What to include in source view

In a previous post (ETL Source: full query or view) I suggest that you create a view (or function) to use as the source for your data load. In this post, I ask what should you include in your source view? I argue that in this case more really is more.

There is a lot to be said for including in your view just the columns and rows needed for the load. For example, when I am loading my fact table, I will need to find the data mart dimension keys. One of the design principles the Kimball group advocates is using surrogate keys for your dimension tables and relating your fact tables to the dimension tables using those surrogate keys (http://www.kimballgroup.com/1998/05/surrogate-keys/). The source table will have business keys. I just need to join the business keys to the dimension tables to get the dimension surrogate keys.

Here’s the rub. I really don’t need the business key, right? So why show that column? I really don’t intend to insert rows that don’t have a corresponding dimension row, so why not use an inner join to exclude rows without matching dimension rows? I may also be filtering out rows from the staging table. Why not filter those rows out in the view? And if I don’t load those filter columns into the fact table, I certainly want to exclude those columns from the view output.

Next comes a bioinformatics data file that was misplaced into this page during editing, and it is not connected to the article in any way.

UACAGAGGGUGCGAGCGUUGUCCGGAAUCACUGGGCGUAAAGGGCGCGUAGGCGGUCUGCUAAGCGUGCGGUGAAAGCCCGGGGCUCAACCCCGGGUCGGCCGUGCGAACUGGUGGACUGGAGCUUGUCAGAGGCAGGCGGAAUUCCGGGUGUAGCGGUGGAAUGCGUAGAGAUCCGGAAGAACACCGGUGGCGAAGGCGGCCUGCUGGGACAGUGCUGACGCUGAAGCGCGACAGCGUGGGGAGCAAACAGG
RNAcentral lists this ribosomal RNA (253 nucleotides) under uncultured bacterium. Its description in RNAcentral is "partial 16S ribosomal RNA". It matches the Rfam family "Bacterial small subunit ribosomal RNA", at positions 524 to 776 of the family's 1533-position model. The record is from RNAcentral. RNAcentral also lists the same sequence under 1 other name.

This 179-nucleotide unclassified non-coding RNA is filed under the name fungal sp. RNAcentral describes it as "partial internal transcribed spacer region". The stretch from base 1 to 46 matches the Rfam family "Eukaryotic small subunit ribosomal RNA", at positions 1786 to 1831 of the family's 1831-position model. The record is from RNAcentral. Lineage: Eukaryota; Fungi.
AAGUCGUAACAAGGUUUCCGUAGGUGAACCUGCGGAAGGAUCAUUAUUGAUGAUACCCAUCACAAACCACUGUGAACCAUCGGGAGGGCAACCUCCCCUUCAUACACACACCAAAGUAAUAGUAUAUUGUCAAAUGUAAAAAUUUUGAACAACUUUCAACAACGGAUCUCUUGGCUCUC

But then certain rows are not inserted into the fact table. What happened? If I have a lean view, I have deconstruct the view to try to identify the points where these rows were excluded. It could be an element in the filter that inexplicably filters out the row. Or it could be that the business key is not in the dimension table.

If I write the view using a left outer join and include the business key in the view output, I can find the rows where the surrogate key is missing. If I don’t put the filter in the view, I can run the query without the filter. It is possible there is an unexpected business key value. Or the filter excludes the row. I can find the row that I expect to find and determine what causes it to be excluded.

When I use the query with the view, I can apply appropriate filters to get the results I want. I can apply not null filters on the view to exclude rows not matching dimension rows and I can filter the output. And certainly I won’t use the columns that are not necessary.

About Russ

Russ Loski is a data warehouse developer focusing on SSIS and SQL Server development. He has worked with SQL Server since 1998. He has used various technologies to move data from one source to others. He has worked for well-known companies such as the Bank of America, the Dallas Cowboys Football Club, T-Mobile and Coca Cola Enterprises. Currently he is developing a Data Warehouse for a large health care organization.
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